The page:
“Law of the case doctrine” is not inflexible and does not prevent a court from revisiting issue of jurisdiction.

In Bessemer Board of Ed. v. Tucker, Ms. 2070390 (Ala. Civ. App. June 20, 2008) , the Alabama Court of Civil Appeals addressed the application of the "law of the case" doctrine, and found that the doctrine is not inflexible.   "The doctrine directs a court’s discretion; it does not limit a court’s power."  Slip Op. p. 7.  Thus, the court revisited its prior ruling regarding jurisdiction.

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Argument Challenging Post-Minority Support Calculation Could Not Be Raised for First Time on Appeal

Where a husband challenged an award of post-minority support for the first time on appeal, his argument would not be entertained; the support judgment was therefore affirmed. Lollar v. Lollar, No. 2060863 (Ala. Civ. App. Apr. 11, 2008).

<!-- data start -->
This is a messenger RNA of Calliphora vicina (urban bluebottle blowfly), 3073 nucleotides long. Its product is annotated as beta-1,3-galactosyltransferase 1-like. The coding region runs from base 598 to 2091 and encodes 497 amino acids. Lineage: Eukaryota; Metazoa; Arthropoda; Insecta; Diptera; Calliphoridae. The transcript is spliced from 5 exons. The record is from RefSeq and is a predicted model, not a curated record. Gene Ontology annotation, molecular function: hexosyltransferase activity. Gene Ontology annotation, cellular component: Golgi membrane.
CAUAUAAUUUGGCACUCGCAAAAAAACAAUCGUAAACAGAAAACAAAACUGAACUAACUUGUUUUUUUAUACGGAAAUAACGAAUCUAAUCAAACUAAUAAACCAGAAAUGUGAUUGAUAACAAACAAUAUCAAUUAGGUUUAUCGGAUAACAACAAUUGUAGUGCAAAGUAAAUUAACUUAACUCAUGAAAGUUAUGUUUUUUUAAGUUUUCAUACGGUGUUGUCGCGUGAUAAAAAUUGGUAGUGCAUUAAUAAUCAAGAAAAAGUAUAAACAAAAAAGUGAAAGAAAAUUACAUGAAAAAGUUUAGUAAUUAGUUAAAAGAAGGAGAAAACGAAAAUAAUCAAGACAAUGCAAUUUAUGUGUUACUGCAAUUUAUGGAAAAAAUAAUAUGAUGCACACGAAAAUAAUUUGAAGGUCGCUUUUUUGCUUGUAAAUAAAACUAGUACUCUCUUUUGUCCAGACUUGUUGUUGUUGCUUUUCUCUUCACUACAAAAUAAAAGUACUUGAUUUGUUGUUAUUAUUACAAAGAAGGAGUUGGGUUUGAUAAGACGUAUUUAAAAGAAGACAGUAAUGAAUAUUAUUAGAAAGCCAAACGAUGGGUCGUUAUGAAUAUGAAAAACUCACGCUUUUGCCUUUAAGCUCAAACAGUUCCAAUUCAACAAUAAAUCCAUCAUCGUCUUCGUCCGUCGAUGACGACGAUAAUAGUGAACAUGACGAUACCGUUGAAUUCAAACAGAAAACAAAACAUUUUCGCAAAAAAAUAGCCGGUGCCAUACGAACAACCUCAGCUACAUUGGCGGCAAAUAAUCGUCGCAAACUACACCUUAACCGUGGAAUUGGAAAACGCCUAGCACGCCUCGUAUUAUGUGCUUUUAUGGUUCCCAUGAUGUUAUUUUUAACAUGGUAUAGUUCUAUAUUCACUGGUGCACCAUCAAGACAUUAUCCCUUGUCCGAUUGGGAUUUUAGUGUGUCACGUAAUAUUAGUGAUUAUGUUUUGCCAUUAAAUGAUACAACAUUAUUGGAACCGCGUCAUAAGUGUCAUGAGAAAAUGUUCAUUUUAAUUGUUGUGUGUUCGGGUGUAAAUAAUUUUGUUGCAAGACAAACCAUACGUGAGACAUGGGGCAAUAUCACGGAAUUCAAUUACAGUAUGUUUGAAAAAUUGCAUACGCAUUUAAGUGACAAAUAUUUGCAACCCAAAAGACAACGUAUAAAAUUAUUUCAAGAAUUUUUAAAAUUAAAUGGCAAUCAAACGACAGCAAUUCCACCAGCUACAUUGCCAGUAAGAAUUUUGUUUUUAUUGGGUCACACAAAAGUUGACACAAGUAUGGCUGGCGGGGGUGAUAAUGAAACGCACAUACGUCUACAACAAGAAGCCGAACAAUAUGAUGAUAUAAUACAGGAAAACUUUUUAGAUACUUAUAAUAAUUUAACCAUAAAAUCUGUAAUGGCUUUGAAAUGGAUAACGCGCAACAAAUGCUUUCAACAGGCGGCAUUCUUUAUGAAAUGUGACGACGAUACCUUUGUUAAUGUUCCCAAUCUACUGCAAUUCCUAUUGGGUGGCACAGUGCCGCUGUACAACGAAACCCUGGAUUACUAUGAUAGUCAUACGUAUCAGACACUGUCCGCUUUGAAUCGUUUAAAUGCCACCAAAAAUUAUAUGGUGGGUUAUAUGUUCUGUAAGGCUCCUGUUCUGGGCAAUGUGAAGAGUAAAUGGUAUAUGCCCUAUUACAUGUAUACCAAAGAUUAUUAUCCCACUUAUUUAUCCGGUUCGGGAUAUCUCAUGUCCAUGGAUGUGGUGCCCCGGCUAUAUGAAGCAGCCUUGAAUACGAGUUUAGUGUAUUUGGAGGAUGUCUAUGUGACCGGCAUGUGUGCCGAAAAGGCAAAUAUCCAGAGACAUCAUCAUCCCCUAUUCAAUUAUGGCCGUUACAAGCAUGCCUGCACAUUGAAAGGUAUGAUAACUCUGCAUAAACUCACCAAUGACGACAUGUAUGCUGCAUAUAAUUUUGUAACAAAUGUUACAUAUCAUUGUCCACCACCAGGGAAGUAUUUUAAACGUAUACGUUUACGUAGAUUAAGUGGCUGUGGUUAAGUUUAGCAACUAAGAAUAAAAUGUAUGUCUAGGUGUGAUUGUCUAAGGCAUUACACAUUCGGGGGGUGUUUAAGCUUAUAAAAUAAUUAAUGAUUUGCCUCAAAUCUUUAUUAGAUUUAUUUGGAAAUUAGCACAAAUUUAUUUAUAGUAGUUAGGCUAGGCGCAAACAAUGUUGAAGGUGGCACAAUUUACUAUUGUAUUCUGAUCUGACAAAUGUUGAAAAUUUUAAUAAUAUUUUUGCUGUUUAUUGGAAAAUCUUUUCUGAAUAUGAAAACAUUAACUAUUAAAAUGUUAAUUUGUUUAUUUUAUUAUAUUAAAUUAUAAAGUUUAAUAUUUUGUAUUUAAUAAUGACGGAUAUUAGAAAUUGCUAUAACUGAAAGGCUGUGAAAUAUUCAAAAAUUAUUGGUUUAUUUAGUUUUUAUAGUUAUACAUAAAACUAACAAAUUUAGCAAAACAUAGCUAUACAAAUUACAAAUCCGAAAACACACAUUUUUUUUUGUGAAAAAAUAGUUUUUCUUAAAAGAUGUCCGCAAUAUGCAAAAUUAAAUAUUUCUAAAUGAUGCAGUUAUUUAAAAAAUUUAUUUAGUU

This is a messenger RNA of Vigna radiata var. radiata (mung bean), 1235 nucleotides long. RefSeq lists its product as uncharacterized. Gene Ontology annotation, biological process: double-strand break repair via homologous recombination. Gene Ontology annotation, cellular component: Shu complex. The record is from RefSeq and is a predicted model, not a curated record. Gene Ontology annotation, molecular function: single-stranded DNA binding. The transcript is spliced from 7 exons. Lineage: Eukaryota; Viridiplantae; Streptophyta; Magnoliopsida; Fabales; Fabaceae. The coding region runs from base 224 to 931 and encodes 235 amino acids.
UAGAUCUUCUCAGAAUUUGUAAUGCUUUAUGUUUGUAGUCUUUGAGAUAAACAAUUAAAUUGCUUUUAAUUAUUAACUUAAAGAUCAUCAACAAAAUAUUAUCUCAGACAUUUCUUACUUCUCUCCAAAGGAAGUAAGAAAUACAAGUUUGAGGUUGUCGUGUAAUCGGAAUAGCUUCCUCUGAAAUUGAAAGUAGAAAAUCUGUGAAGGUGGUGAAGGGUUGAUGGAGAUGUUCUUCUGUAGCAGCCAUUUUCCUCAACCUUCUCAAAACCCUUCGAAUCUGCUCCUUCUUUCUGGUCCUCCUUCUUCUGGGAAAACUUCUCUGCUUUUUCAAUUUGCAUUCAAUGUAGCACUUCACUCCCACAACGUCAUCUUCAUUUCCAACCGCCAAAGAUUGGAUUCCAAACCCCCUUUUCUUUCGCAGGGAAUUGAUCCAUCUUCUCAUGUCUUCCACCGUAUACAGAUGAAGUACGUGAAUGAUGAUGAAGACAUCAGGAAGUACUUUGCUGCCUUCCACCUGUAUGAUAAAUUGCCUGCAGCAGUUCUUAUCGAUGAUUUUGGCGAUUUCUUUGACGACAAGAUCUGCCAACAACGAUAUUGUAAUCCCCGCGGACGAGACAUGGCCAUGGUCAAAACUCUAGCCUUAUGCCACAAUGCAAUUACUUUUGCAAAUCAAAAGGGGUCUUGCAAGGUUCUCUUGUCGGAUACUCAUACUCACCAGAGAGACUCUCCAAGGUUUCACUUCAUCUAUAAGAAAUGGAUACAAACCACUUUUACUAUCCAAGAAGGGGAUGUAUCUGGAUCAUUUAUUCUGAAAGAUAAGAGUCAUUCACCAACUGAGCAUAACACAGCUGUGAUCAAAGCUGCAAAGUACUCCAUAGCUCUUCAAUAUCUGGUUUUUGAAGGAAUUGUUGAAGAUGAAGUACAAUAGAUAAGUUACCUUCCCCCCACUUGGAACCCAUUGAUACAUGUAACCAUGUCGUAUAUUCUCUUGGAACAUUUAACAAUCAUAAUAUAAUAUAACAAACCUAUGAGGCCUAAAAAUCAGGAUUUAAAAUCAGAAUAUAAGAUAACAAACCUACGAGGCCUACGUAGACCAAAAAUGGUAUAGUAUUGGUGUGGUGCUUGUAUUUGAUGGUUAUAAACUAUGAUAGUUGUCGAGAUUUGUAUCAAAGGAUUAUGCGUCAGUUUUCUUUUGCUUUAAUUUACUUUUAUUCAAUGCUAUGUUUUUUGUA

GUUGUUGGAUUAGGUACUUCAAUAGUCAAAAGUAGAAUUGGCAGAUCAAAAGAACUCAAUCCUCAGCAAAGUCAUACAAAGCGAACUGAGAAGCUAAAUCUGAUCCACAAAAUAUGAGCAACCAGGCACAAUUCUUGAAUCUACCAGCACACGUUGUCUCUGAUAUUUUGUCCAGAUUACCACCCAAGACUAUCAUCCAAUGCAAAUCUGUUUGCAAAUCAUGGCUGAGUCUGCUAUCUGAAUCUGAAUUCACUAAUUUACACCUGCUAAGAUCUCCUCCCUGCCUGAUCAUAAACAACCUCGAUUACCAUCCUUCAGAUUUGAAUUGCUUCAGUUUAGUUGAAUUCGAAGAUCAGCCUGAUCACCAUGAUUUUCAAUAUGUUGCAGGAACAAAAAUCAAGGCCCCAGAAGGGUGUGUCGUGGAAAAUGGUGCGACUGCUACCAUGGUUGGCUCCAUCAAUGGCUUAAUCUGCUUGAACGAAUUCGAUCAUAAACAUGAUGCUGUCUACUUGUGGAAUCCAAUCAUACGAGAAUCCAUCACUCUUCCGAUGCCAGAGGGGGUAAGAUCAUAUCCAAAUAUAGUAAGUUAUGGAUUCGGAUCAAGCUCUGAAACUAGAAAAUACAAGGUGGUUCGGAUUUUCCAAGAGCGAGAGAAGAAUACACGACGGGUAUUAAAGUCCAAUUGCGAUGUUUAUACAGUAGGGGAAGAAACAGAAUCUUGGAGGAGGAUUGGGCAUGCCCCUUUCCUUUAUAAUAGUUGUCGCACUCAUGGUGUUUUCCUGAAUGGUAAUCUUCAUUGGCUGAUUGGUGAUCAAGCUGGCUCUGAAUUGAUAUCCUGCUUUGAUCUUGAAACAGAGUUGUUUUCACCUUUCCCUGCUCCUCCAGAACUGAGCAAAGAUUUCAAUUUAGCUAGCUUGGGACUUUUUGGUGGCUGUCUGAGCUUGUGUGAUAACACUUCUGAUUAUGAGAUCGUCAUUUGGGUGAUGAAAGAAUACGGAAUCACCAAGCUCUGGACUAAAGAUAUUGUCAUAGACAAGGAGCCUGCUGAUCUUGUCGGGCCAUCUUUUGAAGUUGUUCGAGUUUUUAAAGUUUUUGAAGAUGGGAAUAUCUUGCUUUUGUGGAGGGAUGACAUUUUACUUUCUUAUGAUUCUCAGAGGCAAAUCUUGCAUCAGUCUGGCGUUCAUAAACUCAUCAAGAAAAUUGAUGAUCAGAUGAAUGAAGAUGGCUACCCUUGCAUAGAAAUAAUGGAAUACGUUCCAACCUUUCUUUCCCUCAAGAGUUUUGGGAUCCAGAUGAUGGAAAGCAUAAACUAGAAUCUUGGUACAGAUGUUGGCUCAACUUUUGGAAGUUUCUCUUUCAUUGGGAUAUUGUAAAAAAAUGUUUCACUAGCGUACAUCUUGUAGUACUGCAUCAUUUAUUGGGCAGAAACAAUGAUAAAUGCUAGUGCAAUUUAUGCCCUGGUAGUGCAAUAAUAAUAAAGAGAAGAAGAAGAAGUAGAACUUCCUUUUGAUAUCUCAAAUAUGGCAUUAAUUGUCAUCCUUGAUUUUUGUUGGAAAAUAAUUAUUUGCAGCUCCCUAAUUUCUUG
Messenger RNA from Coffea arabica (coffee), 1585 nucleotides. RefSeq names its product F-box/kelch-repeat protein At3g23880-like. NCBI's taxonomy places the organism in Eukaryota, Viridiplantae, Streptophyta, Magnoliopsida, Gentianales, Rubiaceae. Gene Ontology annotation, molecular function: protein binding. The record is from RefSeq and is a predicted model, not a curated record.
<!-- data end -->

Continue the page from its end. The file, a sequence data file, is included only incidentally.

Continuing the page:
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“Law of the Case” Did Not Bar Summary Judgment Where First Appellate Opinion Was “Contingent” on Unresolved Issues

On a previous appeal of the same case, the Alabama Supreme Court reversed a summary judgment against a lessor’s fraud claim. That decision was not the “law of the case,” however, because it was premised on an issue the earlier decision did not reach — the merits of a logically prior contract claim. The trial court was thus free, after the first remand, to re-enter summary judgment against the fraud claim. This time, that judgment was affirmed. United Land Corp. v. Drummond Co., No. 1061342 (Ala. Mar. 7, 2008).

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